We all know that spiritual people don't allow themselves to get angry, right? Wrath is one of those seven deadly sins. Resentments (unreleased anger) keep us stuck in unforgiveness. Anger is uncomfortable, unloving, and destructive.

Or maybe it's not.

Most of us journey through several identifiable stages on our path to (and of) spirituality and enlightenment. We begin our lives pure. As infants we know but a few emotions: contentment and discontentment. We feel either full and safe or we feel some sense of lack (hungry, wet, alone, cold). When we're full, dry, warm, and in the arms of a loving parent, we feel safe, full, secure, and protected. Our thoughts haven't matured to a state where we understand these feelings, but we know them nonetheless.

As we begin to learn about our little places in the world, connections start to form in our thoughts. We know that a bottle has good stuff in it that will make us feel full. We have an inkling of the idea of cause and effect. I'm hungry. I cry. Mom brings a bottle. I eat. I feel full again. I'm happy.

Crying then, for infants, is an outward expression we use to tell others we feel less than content. We feel there's something we need and learn that expressing that feeling through crying will get us that thing we want (food, warmth, security, attention, or comfort).

At some point later we learn that we're not the only people in the world. Some of us learn this as children. Others don't learn this until much later in life. We learn that expressing our anger (temper tantrums) isn't something others in our lives enjoy. We learn that their feelings and place of comfort and contentment matter, too. We learn to suppress our anger so as not to harm others.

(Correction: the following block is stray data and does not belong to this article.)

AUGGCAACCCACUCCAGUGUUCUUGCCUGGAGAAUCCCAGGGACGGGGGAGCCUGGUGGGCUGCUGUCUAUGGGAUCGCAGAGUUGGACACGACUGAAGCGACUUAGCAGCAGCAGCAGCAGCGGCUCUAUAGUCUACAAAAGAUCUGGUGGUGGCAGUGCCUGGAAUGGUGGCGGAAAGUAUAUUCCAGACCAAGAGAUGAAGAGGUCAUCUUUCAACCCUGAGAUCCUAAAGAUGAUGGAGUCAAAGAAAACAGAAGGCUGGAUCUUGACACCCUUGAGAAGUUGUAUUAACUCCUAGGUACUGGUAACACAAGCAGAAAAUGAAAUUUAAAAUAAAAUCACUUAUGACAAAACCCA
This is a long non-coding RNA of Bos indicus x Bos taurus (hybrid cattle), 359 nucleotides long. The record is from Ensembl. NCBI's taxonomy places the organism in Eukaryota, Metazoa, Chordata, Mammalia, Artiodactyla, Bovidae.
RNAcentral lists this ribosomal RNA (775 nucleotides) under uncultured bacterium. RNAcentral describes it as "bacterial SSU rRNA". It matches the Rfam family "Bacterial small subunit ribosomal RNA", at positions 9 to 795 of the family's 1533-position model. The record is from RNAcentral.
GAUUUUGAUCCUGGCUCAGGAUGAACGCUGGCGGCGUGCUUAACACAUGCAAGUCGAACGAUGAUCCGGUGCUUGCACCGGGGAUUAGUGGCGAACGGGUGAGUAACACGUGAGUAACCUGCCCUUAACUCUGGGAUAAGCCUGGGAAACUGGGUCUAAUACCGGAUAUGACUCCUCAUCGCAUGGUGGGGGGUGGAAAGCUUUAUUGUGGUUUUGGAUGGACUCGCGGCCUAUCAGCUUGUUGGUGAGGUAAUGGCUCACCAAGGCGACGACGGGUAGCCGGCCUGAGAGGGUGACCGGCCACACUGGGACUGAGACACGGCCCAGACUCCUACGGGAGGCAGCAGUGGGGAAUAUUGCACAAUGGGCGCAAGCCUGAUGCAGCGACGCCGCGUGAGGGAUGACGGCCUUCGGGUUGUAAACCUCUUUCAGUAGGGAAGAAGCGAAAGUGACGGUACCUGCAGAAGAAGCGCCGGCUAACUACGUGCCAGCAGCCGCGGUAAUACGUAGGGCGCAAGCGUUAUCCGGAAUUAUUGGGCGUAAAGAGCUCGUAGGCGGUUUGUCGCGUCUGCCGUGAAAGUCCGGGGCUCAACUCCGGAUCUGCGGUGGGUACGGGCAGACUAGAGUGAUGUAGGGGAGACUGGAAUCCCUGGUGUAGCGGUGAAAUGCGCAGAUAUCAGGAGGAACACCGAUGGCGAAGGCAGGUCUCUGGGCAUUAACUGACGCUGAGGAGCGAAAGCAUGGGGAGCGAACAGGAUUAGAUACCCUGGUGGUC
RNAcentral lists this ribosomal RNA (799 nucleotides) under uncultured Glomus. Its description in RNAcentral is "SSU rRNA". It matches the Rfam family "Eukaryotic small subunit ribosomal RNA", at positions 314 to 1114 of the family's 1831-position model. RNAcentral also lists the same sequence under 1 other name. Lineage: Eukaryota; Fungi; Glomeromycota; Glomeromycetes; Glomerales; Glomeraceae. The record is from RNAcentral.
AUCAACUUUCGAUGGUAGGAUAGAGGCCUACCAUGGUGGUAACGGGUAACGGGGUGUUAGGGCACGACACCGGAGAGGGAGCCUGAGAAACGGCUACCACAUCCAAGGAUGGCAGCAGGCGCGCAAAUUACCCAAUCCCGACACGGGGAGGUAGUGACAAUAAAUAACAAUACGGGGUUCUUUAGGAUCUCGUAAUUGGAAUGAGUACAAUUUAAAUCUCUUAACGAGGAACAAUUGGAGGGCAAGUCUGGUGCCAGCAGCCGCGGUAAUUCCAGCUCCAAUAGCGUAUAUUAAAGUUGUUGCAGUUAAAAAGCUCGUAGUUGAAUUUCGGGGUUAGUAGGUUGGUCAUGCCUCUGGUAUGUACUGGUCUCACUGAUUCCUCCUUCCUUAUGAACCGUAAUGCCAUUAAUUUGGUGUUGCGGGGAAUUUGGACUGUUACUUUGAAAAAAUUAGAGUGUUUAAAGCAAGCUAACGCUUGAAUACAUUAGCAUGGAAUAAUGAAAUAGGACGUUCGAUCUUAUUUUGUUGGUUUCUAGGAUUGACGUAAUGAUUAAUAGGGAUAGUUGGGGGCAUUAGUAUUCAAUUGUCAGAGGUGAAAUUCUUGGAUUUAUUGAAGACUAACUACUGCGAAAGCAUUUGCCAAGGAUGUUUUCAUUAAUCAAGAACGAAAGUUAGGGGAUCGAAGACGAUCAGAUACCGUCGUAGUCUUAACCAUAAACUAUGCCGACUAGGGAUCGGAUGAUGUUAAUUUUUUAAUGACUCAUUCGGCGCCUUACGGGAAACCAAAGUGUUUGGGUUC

This is a wonderful thing; it's the basis of compassion – placing the needs and comfort of others above the needs of ourselves.

But it's not always a wonderful thing. Taken too far, we care only for and about others and lose our sense of self-love. We deny and repress our needs and comfort for the higher ideal of helping others. And in the process, we lose ourselves. We repress our anger and it becomes bitterness and unforgiveness. Anything unreleased remains unreleased. If we never release our anger it grows and feeds on itself. This unreleased anger manifests emotionally, spiritually, and physically. We grow cold. We become martyrs. We develop diseases. We become less than our authentic selves.

Finding safe and loving outlets to release the anger heals us. Accepting our anger allows us to begin the process of forgiveness and to return to our authentic states of love – love for both selves and others.

If we're feeling angry, it's a great indicator that there's something not quite right in our lives. We're not being treated lovingly. Our needs and desires aren't being met and fulfilled. When we love ourselves enough to respect and embrace our anger, we can look with clarity at our lives and the people and situations in our lives and begin to change them.

Sometimes this reflection reveals that it's time to leave, to let go. We can't change other people but we can change ourselves and our perception of those other people. Love doesn't give permission to others in our lives to be unloving to us. Remaining in unloving relationships is not loving.

Pretending that anger is no longer in us because we've reached some place in our spiritual growth where we've transcended anger is foolish and delusional. It's not loving. Accepting our anger and finding and seeing the causes with clarity leads us to opportunities to change, to find and live in higher love.

Expressing anger in excessive ways, (temper tantrums, wrath), is not loving as it harms others. Repressing anger is not loving as it harms ourselves. Pretending we are fully free of anger is not loving as it's not authentic and truthful. Accepting, embracing, and expressing our anger in love frees us to continue our paths of growth and change.

Love and giggles,